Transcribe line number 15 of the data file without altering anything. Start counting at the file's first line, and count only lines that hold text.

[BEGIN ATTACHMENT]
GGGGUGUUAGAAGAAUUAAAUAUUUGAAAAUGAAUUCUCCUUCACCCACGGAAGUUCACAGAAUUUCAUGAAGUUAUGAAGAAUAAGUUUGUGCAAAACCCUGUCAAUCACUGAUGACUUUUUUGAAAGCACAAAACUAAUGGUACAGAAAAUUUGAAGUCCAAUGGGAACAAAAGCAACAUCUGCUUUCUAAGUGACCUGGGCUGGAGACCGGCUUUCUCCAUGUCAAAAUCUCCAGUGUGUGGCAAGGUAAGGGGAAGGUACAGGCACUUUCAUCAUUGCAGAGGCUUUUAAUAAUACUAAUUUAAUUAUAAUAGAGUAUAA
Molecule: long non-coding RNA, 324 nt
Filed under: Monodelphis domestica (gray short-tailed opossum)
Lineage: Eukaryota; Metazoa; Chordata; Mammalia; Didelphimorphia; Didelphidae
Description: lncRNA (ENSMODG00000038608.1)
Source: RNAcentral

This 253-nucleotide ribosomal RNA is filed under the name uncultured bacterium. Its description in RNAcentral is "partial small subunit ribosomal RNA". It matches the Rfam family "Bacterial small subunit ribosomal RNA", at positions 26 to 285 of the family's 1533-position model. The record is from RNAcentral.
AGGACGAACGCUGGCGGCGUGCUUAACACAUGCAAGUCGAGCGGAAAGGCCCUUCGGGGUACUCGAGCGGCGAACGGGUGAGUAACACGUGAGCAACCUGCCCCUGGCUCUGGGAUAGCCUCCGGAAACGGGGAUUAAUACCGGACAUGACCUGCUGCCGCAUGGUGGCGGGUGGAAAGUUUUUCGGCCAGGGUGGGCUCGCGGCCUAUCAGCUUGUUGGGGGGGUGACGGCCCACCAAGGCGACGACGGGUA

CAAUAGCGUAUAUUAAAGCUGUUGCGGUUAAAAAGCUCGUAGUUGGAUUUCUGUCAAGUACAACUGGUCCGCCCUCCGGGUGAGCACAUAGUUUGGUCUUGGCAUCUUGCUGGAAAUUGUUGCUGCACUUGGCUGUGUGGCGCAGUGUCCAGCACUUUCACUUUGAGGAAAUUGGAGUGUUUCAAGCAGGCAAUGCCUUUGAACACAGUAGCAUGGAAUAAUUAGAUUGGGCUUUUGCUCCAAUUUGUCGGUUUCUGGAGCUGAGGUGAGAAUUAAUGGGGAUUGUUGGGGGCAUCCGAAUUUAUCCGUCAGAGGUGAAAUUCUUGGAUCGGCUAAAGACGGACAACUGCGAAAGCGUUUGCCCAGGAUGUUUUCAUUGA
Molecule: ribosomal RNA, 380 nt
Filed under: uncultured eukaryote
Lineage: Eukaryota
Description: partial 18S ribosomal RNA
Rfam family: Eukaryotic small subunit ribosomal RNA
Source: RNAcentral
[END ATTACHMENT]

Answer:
Source: RNAcentral